- Donald Trump made last-minute plea to Georgians to vote for David Perdue and defeat Brian Kemp.
- Trump joined Perdue in a Monday night tele-rally as the candidate trails his rival in the polls.
- Perdue, a former US Senator, joined the Georgia gubernatorial race in December at the urging of Trump.
Former US Senator David Perdue closed his campaign for governor of Georgia Monday with a racist jab at Democratic candidate Stacey Abrams and a tele-rally with Former President Donald Trump.
During the tele-rally on Monday, Trump restated his support for the former US Senator.
"Our country, I don't think it's ever been in worse shape than it is right now," Trump said, adding that the outcome of Tuesday's primary elections in Georgia is "critical" to restoring the Republican majority in the Senate. Perdue is one of eight candidates — including Abrams and sitting Governor Brian Kemp — running for governor of Georgia.
Trump urged Georgia residents to vote for Perdue because he's "100% MAGA."
"You'll look back in years to come. And you'll say that was a great vote just as I hope you feel that your vote for me was a great vote," Trump said in the 11-minute telephone rally.
Trump has been trying to oust Georgia Gov. Brian Kemp and Georgia Secretary of State Brad Raffensbeger since the duo properly certified Joe Biden's 2020 electoral win. Kemp and Raffensperger conducted a statewide audit and oversaw multiple recounts of the more than 5 million votes Georgians cast in the 2020 presidential contest.
Their refusal to go along with Trump's baseless claims of election fraud relegated them to the disloyal camp. The revenge-seeking, single-term president has been hounding them ever since.
Trump claimed Monday that Kemp "allowed the Georgia election to be rigged and to be stolen."
"I don't believe Kemp can do it," he said about the possibility of the sitting governor winning the primary. "He's got too many people in the Republican party that will refuse to vote."
Perdue, though, has claimed that he would not have certified the 2020 election in Georgia.
On Monday, Perdue also took a racist jab at Abrams
"When she told Black farmers, 'You don't need to be on the farm,' and she told Black workers in hospitality and all this, 'You don't need to be' — she is demeaning her own race when it comes to that," he told attendees at a campaign stop in Dunwoody, Georgia, about Abrams, who is a Black woman. "I am really over this. She should never be considered for material for governor of any state, much less our state — where she hates to live."
"She said that Georgia is the worst place in the country to live," he also said during that rally. "Hey, she ain't from here. Let her go back where she came from if she doesn't like it here."
Abrams moved to Georgia in high school and previously served in the state's legislature. At a fundraising event for Gwinnett County Democrats near Atlanta, Abrams said that she was "tired of hearing about being the best state in the country to do business when we are the worst state in the country to live."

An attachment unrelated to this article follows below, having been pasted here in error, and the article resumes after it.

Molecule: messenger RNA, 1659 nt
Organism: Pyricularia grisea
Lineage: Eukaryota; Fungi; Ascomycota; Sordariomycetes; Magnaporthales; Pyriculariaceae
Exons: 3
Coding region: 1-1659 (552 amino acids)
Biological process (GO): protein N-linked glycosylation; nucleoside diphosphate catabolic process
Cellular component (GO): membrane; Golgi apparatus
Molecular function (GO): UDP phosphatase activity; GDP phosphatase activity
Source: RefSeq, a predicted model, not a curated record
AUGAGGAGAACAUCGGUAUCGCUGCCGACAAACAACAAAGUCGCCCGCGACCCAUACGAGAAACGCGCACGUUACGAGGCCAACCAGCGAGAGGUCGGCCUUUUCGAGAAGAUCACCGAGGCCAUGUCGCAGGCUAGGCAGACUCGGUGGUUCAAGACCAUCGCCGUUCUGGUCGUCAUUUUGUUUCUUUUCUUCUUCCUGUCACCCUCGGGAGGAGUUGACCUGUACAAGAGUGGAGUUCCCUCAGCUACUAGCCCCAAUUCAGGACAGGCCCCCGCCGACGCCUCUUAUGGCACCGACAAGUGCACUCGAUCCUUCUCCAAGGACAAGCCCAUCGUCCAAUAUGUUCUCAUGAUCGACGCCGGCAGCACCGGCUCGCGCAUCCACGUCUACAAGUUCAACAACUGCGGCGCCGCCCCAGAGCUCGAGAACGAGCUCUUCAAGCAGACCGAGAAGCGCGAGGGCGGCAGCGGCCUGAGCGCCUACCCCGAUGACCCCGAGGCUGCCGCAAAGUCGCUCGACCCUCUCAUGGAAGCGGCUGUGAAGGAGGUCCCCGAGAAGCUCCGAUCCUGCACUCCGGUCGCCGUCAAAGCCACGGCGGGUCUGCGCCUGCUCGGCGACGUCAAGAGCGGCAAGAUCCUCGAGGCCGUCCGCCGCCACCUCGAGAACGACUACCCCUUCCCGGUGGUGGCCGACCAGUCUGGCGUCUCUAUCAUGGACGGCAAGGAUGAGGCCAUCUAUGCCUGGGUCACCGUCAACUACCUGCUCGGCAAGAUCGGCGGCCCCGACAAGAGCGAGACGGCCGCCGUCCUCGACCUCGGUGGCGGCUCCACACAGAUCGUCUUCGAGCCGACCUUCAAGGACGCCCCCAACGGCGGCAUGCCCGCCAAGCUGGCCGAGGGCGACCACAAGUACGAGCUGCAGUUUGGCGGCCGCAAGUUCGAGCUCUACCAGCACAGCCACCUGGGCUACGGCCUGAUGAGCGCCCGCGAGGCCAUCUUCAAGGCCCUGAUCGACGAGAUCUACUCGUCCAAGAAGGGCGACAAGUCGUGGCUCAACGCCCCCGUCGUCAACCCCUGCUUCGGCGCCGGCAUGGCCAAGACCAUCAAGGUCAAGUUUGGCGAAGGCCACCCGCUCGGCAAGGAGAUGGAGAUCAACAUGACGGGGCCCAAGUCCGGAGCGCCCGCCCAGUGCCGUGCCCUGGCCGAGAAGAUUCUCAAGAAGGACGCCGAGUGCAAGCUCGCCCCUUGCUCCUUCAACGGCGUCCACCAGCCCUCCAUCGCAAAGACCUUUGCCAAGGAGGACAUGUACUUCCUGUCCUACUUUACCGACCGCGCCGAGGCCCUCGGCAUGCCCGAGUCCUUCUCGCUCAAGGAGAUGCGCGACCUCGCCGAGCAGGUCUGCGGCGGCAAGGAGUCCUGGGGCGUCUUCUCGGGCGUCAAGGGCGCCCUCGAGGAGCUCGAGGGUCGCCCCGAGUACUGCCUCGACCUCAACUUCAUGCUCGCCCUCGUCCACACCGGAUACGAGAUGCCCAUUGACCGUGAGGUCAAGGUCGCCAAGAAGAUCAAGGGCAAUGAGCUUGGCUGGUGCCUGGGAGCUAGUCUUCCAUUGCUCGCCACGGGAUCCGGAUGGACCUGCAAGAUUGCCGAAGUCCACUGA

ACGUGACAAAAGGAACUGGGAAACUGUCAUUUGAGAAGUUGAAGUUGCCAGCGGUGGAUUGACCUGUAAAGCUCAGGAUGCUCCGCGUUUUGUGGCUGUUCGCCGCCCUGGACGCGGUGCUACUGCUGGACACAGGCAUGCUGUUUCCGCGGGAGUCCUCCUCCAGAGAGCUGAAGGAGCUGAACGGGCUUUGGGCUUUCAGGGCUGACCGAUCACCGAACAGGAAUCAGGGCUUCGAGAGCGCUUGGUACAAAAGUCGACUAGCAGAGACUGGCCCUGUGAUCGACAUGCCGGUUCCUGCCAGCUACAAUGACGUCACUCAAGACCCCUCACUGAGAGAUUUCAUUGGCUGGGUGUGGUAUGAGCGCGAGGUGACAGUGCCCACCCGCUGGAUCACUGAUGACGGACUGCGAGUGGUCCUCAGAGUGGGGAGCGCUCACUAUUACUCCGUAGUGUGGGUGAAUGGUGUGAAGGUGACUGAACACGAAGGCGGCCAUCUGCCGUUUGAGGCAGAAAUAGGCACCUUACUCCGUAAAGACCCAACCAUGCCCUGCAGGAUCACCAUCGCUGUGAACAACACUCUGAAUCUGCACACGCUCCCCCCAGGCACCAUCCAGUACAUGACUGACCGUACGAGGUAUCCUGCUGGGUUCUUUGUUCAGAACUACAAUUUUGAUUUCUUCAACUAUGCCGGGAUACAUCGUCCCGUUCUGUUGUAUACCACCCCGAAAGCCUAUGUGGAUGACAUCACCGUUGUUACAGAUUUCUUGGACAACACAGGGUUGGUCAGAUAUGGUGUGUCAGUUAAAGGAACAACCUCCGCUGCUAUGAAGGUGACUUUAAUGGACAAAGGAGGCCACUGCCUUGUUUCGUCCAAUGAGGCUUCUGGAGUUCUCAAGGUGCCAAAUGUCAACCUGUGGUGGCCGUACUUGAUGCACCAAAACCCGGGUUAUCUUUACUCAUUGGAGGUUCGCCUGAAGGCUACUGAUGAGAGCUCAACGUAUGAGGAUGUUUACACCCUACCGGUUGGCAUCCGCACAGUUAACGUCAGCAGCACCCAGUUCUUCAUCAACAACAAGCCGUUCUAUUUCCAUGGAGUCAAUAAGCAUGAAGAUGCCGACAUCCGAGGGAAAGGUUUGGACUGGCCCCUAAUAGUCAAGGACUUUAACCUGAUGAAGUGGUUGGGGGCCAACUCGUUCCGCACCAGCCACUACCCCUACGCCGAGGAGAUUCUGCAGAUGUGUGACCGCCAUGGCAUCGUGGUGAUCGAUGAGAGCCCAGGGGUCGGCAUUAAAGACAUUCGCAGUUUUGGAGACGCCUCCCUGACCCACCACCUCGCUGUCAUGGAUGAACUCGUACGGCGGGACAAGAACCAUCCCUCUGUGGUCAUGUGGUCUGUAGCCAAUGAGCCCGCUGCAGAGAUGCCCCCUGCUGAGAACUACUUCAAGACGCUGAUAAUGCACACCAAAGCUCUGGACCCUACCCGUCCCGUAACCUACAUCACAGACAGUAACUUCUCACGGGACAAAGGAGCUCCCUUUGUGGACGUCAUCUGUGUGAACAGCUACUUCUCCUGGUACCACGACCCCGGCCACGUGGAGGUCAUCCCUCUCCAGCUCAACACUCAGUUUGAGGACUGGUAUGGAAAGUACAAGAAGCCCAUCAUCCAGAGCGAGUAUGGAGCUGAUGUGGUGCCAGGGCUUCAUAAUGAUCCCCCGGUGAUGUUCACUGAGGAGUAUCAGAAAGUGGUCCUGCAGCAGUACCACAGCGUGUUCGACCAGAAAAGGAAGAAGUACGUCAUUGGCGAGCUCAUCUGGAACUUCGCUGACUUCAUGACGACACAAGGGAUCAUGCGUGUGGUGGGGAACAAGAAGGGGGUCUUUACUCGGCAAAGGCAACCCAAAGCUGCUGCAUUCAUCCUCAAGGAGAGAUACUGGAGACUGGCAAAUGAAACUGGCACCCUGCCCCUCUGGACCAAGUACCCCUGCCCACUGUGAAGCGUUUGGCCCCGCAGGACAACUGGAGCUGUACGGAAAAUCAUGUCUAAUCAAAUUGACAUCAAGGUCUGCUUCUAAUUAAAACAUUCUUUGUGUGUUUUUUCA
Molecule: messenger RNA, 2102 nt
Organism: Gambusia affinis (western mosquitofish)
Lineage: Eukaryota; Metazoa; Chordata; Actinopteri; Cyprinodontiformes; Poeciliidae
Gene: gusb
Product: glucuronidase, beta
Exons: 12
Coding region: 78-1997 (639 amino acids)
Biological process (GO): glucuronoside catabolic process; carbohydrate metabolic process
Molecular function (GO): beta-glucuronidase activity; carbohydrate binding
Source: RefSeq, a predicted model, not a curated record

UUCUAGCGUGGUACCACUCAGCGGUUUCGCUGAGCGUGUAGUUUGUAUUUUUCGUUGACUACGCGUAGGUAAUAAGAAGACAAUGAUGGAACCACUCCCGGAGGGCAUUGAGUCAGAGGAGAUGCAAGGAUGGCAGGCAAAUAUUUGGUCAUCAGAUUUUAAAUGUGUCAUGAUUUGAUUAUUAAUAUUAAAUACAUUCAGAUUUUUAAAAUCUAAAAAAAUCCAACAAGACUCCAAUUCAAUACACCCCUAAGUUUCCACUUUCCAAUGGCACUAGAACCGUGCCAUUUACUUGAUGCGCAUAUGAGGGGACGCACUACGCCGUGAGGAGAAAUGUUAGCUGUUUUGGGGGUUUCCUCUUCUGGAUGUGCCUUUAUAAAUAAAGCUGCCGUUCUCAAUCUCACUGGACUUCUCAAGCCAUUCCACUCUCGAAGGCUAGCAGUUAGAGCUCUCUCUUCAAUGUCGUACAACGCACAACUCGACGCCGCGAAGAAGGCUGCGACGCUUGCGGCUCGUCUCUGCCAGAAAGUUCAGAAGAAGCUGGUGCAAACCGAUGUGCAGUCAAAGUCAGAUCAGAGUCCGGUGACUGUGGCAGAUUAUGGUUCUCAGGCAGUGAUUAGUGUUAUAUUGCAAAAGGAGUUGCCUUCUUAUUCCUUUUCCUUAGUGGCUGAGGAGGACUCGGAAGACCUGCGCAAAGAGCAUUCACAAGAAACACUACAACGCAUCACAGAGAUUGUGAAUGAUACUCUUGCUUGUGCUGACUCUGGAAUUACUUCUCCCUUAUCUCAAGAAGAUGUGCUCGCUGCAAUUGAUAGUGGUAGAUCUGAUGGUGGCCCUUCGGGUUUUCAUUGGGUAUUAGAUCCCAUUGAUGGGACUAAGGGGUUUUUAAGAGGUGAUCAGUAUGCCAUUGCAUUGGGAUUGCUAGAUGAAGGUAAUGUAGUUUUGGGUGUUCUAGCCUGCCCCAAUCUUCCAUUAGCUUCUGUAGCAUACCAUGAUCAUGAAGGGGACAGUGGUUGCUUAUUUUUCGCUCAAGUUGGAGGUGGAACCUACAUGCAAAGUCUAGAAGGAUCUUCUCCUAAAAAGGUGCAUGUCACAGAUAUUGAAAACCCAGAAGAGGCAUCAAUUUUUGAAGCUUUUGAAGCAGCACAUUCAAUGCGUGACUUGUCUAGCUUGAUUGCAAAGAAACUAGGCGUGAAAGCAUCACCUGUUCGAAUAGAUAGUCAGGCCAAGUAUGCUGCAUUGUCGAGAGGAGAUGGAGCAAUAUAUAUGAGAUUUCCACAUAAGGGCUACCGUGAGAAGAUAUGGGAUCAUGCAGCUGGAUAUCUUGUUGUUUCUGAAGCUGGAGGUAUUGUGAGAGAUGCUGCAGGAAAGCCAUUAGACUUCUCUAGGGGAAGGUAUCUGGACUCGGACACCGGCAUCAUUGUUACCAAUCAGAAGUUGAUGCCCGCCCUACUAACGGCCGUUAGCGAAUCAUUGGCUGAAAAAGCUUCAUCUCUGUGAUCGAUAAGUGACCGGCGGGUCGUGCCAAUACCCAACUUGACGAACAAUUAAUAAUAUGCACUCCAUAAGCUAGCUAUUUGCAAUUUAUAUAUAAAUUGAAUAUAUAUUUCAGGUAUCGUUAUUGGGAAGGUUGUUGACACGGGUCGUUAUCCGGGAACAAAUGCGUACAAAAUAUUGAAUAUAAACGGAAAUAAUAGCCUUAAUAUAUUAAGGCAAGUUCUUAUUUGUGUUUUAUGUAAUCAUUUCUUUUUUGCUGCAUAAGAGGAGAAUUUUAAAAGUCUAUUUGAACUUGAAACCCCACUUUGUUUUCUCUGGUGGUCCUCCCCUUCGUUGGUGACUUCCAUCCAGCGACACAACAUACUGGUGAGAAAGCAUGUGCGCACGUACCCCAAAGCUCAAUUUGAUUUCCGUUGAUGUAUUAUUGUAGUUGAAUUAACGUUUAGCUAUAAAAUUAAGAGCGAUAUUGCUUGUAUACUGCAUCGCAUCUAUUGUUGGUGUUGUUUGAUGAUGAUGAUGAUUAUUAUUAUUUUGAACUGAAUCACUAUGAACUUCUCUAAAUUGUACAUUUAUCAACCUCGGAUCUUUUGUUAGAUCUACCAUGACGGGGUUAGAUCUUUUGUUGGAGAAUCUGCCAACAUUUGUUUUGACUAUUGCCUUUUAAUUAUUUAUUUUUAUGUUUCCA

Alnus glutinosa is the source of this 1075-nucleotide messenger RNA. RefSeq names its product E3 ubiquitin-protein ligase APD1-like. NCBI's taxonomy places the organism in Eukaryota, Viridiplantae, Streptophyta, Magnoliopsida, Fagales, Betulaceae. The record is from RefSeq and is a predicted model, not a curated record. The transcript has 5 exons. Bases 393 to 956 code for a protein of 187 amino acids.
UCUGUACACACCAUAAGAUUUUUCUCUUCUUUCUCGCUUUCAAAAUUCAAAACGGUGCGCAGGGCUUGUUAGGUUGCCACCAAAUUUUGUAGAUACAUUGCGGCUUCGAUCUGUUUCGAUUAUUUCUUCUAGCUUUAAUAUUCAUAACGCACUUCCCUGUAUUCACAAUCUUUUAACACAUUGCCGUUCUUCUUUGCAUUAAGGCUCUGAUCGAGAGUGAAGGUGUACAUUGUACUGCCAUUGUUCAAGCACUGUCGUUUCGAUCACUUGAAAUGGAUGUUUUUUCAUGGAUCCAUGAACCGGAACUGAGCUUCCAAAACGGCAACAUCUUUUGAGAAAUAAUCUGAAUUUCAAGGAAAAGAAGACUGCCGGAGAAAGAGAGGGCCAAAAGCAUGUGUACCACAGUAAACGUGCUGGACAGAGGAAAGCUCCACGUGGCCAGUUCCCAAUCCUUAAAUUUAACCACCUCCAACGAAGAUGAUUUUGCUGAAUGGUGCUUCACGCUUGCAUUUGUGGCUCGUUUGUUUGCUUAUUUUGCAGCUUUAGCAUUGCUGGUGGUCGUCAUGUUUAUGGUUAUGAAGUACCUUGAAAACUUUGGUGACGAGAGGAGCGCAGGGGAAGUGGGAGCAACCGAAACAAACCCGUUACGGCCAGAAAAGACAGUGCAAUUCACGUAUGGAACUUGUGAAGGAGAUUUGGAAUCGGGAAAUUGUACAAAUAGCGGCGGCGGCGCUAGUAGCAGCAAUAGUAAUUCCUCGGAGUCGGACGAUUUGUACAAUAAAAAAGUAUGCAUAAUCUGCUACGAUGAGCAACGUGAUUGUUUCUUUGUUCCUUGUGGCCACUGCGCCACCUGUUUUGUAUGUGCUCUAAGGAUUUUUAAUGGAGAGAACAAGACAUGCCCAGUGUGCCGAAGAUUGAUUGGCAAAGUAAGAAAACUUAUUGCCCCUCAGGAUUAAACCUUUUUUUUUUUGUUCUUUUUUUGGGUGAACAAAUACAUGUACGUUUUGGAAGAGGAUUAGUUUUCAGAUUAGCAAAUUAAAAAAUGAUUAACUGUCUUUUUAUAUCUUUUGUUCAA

"When you're number 48 for mental health, when you're number one for maternal mortality, when you have an incarceration rate that's on the rise and wages that are on the decline, then you are not the number one place to live in the United States," Abrams said.
"But we can get there. You see, Georgia is capable of greatness. We just need greatness to be in our governor's office," she added.
Trump coaxed Perdue out of retirement to challenge Kemp
The former senator lost his seat in 2021. Perdue failed to cross the 50% threshold to win reelection outright in November 2020 and was forced into a high-stakes runoff against Democratic nominee Jon Ossoff in January 2021. Perdue's loss — along with that of fellow Republican Kelly Loeffler to Democratic challenger Raphael Warnock — flipped control of the Senate to Democrats and gave Biden a unified Congress to work with.
A month later, Perdue rejected the chance to challenge Warnock this fall, describing his call to skip another Senate run as "a personal decision, not a political one."
However, Perdue threw his hat into the ring in December against one-time friend Kemp, at the behest of a brooding Trump.
Trump talked up Perdue and former football star Herschel Walker, his pick to knock off Warnock in the general election, during a rally in Commerce, Georgia on March 26. Trump also joined Perdue for a 10-minute tele-rally in early May.
Former Vice President Mike Pence endorsed Kemp, directly opposing Trump's pick. Pence argued at a different pep rally Monday that voting for Kemp will "send a deafening message all across America that the Republican Party is the party of the future."
"This race is bigger than me. It's bigger than Brian Kemp," Perdue argued at the tele-rally Monday. "It's about the future of our country."
"Brian Kemp has divided our party and cannot beat Stacy Abrams," he added.